Rejection is something all actors face. With Black actresses, there’s another layer of exclusion they must navigate as they find their own opportunities in the spotlight. Erika Alexander knows this Hollywood shuffle all too well. On a recent episode of Yes, Girl! podcast, the actress—who’s currently appearing in Hulu’s Wu-Tang: An American Saga—shared how she found freedom in the system’s rejection and how she’s thwarting the privilege and racism still ruling Tinsel Town.
“Nobody likes to be rejected,” stated Alexander frankly. The award-winning actress described the terror she felt after being dropped by the agents a few years after her short but timeless run as everyone’s favorite attorney at law Maxine Shaw on Living Single.
“They literally sat in that room with those agents and said, “Who’s interested in… No, I don’t know. I guess we’ll have to drop her from our roster,” like nothing …It blindsided me, it never occurred to me that the thing that I thought I was the most gifted at, I don’t have a college degree, was no longer valuable in their space. Maybe that’s what frightened me. That’s the truth.You face a fear that you were never enough,” she continued.
Alexander expressed how being dropped by her representation hurt far more than routinely not receiving a call backs auditions. “You’re used to rejection. That’s not the point. You’re used to rejection and you get it, but you hope your representatives know who you are, the value.”
She continued: “It’s like saying that everything you did, the two NAACP Awards, all the great reviews you got, a year and a half of the Royal Shakespeare Theater, six plays at the public theater, the fact you can do comedy and drama, the fact that you show up on time. There is no story about you showing up drunk or not knowing your lines or being half prepared, meant nothing.”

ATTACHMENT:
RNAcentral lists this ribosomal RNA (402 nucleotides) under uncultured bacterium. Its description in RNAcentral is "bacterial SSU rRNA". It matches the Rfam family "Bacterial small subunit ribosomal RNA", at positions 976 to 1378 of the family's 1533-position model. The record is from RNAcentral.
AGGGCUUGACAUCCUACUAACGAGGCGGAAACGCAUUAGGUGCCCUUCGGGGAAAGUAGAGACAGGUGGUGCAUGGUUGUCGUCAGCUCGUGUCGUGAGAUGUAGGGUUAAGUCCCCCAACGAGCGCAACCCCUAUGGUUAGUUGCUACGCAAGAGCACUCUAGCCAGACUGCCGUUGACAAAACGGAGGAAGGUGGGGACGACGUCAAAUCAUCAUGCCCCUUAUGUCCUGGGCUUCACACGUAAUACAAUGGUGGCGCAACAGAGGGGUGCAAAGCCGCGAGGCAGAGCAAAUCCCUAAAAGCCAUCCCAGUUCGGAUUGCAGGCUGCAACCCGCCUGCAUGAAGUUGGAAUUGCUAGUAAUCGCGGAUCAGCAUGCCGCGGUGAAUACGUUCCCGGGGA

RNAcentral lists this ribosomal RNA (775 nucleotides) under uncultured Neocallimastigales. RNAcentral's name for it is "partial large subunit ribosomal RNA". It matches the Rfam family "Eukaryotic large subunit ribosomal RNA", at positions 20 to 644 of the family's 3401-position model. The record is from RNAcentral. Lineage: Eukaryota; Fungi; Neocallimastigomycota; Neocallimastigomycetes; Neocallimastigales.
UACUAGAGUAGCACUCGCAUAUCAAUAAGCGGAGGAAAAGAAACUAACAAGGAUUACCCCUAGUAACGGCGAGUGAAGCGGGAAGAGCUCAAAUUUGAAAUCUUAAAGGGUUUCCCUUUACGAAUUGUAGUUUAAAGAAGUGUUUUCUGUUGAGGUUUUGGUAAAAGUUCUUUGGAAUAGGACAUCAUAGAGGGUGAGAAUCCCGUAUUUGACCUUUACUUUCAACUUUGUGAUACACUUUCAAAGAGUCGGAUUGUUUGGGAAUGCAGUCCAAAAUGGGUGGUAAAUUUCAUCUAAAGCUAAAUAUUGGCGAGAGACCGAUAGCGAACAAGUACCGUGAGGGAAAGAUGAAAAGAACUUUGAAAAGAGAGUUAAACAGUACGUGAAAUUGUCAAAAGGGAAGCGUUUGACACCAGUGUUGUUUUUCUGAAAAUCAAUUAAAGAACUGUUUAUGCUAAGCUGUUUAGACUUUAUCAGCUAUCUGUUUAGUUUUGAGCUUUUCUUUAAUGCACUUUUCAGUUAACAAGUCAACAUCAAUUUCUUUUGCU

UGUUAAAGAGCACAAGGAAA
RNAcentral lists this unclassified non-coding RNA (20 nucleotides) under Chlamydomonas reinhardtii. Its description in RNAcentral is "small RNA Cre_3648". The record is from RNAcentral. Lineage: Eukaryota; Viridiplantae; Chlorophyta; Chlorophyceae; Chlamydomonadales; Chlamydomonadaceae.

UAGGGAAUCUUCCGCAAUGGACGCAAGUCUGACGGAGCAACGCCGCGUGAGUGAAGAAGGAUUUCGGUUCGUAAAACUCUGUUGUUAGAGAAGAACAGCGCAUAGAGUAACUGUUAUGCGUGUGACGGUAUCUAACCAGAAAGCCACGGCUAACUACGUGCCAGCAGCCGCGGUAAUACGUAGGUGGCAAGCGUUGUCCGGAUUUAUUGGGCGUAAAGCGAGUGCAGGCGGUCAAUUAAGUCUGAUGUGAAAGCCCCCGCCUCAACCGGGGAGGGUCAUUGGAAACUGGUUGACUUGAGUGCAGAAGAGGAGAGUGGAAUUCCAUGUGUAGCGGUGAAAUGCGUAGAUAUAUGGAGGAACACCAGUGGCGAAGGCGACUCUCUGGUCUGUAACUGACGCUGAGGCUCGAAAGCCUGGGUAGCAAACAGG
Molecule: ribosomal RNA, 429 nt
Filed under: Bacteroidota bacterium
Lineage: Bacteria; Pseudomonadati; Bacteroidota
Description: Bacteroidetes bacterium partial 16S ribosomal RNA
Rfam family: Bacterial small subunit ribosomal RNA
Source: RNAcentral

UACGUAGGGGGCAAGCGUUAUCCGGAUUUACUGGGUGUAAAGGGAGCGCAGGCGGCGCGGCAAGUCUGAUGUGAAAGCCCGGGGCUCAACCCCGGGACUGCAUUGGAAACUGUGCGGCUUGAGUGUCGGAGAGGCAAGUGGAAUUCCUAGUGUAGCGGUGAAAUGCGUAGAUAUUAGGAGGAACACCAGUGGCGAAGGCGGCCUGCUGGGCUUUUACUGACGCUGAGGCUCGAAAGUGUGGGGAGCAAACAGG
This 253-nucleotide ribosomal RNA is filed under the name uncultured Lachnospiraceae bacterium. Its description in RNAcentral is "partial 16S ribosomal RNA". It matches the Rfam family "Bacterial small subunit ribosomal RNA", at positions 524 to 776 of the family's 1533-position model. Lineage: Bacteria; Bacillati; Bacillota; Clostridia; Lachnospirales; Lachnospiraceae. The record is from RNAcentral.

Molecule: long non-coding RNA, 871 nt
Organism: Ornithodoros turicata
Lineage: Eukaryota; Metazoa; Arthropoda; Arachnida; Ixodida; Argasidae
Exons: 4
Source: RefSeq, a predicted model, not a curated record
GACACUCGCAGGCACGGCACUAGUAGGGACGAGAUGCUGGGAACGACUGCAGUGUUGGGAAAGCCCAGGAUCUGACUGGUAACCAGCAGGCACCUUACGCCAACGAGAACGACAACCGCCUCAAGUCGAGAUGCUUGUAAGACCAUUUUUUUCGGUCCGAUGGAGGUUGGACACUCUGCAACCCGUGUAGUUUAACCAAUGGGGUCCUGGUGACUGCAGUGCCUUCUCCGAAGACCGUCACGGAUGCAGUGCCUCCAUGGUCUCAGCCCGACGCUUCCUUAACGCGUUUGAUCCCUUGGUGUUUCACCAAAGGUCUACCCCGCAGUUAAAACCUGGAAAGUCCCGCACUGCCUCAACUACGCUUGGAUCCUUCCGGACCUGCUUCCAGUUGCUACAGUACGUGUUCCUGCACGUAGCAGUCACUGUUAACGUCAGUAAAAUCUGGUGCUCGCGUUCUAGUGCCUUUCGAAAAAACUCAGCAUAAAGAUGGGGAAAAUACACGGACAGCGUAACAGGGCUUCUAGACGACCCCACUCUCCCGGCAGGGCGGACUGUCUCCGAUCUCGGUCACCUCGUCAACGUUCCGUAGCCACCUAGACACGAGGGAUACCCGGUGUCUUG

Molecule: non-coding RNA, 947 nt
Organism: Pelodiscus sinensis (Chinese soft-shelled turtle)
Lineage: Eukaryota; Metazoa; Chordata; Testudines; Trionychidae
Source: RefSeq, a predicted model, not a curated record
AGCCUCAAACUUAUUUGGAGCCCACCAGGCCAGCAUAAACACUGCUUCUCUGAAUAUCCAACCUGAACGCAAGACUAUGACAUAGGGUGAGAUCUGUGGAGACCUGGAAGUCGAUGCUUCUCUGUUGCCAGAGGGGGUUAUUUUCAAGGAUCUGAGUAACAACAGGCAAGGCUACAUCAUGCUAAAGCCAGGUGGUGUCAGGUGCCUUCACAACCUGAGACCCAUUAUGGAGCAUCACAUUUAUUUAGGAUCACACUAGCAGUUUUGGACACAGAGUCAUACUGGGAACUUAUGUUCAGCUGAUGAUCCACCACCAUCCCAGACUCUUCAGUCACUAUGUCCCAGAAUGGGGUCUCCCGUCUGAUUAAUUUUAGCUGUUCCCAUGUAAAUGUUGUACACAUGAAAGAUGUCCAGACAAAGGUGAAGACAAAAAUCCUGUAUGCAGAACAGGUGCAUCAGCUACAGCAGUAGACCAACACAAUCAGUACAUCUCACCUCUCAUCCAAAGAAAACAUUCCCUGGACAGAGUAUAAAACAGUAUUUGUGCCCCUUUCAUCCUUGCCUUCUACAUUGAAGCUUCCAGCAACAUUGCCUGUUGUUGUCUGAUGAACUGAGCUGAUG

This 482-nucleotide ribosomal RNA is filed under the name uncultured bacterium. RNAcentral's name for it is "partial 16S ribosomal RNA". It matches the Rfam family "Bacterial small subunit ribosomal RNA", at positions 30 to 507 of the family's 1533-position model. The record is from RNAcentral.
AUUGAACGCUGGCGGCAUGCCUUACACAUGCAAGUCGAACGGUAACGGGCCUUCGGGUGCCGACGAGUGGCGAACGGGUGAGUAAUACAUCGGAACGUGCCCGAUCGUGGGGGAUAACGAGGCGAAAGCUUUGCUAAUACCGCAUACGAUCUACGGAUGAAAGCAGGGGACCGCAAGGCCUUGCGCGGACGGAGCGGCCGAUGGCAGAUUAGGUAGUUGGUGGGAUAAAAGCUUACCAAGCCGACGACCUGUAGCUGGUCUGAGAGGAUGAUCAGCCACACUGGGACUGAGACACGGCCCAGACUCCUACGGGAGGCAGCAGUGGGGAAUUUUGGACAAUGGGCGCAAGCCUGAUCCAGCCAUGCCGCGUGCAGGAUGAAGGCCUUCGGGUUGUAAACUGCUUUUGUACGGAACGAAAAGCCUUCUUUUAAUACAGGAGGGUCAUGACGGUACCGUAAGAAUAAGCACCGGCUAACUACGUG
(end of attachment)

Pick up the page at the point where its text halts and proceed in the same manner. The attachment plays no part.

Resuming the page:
But the actress found an advantage to being overlooked and undervalued by the system. She could use her voice consequence free. “People say, ‘Well, aren’t you afraid to see that sister, they are not going to give you jobs, they’re going to give you this.’ I’m like, ‘They’re not giving me jobs anyway.’ It is what it is. I’m going to keep it moving. I don’t think that’s the reason I’m not getting jobs because I’m outspoken. Nobody cares what I say. Nobody’s even listening to what I say. And the few people that are, they agree with me.”
Tony Puryear, her ex-husband and long-time creative partner was one of those people. She tapped into her “divine” and “resilient” nature and created her own opportunities with his professional support.
“I started to take the fact that I needed to be a creator much more seriously. I needed to discipline myself and focus my attention on things that were beyond a phone call or somebody who so-called, represented me, who was supposed to work for me. Color Farm Media was my way to start to address some of the systemic and infrastructure things that no longer needed to hold because they didn’t hold the power anymore,” she said proudly.
Her foremothers inspired her commitment to keep going.
“I stand on the shoulders, like we all do, of not only giants, but people who are like you. I haven’t earned the right to give up. If that’s the worst that they can do me, Fannie Lou Hamer would say, ‘What you got, girl? Get up.'”
Watch Erika Alexander continue getting up and getting it done on by streaming Wu-Tang: An American Saga on Hulu.